Posts Tagged: Christina Hecht
Partnering for California
As the gravity of the COVID-19 pandemic hit communities across the U.S. in mid-March 2020, the policy team at UC Agriculture and Natural Resources' Nutrition Policy Institute received an urgent email from a longtime partner in the San Joaquin Valley.
“It was simply entitled 'Help' in the subject line – with multiple exclamation points,” said Christina Hecht, NPI senior policy advisor.
The colleague was writing on behalf of community groups concerned that pandemic-related school closures would jeopardize school meal programs – a nutritional lifeline for children in a predominantly agricultural region with many low-income households.
Hecht immediately contacted a frequent collaborator, Anisha Patel, an associate professor of pediatrics at Stanford University. To help school districts continue those essential meals during the fast-approaching spring holiday, they quickly produced a fact sheet, “Kids' Hunger Doesn't Take a Spring Break,” sharing resources on how districts could use new program flexibility to continue meal distribution.
Then, as the pandemic evolved throughout 2020, the U.S. Department of Agriculture and California Department of Education continued to issue a flurry of waivers and guidance updates. To keep pace, the authors produced three more fact sheets to help districts digest the information and adapt and sustain their school meal programs.
“We tried to make a really user-friendly resource that would help districts sort through everything they needed to do, and easily discover resources for best practices,” Hecht said.
The fact sheet information, paired with advocacy by local partners, encouraged districts to take steps to make more meals more easily accessible to students by taking advantage of USDA waivers: for example, allowing parents to pick up meals without children present, providing multiple meals in one pick-up or implementing bus delivery of meals.
These efforts attracted the attention of the School Nutrition Association, a prominent nonprofit representing more than 50,000 members who provide meals to students across the country. The organization co-branded general versions of the fact sheets and distributed them widely through its website.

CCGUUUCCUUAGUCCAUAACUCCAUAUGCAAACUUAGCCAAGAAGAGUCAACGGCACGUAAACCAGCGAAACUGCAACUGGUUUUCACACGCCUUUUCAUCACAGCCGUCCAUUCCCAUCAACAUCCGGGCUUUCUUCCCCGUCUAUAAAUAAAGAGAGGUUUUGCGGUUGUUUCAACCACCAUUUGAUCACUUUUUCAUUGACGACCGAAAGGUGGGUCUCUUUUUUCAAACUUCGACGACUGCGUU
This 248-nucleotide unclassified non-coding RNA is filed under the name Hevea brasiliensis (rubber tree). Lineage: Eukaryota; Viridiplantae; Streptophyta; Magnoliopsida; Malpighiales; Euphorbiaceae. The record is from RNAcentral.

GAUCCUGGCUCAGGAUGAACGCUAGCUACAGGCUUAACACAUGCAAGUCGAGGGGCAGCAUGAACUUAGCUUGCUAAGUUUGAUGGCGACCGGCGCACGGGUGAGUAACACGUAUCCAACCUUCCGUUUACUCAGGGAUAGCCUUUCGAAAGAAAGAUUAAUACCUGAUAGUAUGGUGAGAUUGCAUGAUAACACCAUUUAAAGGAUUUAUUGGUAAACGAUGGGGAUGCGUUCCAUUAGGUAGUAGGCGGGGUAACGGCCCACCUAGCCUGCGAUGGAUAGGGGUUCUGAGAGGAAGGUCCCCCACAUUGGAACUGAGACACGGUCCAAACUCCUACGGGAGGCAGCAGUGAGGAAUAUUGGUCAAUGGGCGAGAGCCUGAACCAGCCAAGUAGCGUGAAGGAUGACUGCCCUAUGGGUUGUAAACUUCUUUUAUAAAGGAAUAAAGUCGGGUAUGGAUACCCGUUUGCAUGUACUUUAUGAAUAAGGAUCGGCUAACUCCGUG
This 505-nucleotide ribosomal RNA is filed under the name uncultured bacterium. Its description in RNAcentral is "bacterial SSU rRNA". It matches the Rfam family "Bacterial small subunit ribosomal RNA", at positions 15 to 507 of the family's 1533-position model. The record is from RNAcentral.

Gathering community perspectives on school meals
Those resources represent just one way that lessons from the San Joaquin Valley experience are shaping the national conversation on school nutrition programs. Cultiva La Salud and Dolores Huerta Foundation – health equity and social justice organizations based in Fresno and Bakersfield, respectively – approached the researchers to study ways to boost participation in school meal programs and address food insecurity in their largely Latino communities.
“Working alongside Stanford and NPI is crucial in expanding our capacity and ability to use data and research as a tool to empower parents to advocate for improved health and wellness policies and practices,” said Cecilia Castro, deputy director of Dolores Huerta Foundation, which works in Kern, Fresno and Tulare counties, as well as Antelope Valley in Los Angeles County.
To better understand the “barriers and facilitators” to meal program participation, Hecht, Patel and their collaborators – including student trainees who were eager to learn about community-based participatory research and wanted to help their local communities – sought the perspectives of school district administrators and staff, community groups and parents.
Through the relationships nurtured by Cultiva La Salud and Dolores Huerta Foundation, the researchers convened focus groups of parents with children in six school districts across the San Joaquin Valley.
“We needed to understand better what helped and hindered families from getting the school meals,” Hecht said.
According to Castro, parents have leveraged their feedback to advocate for increased access to school meals, through the use of buses for meal delivery and changes to meal pickup times and locations.
“This engagement has validated the lived experience of our communities,” Castro said. “It has provided an additional strategy for parent leaders to use in efforts to engage decision-makers about ways to improve quality and access to school meals.”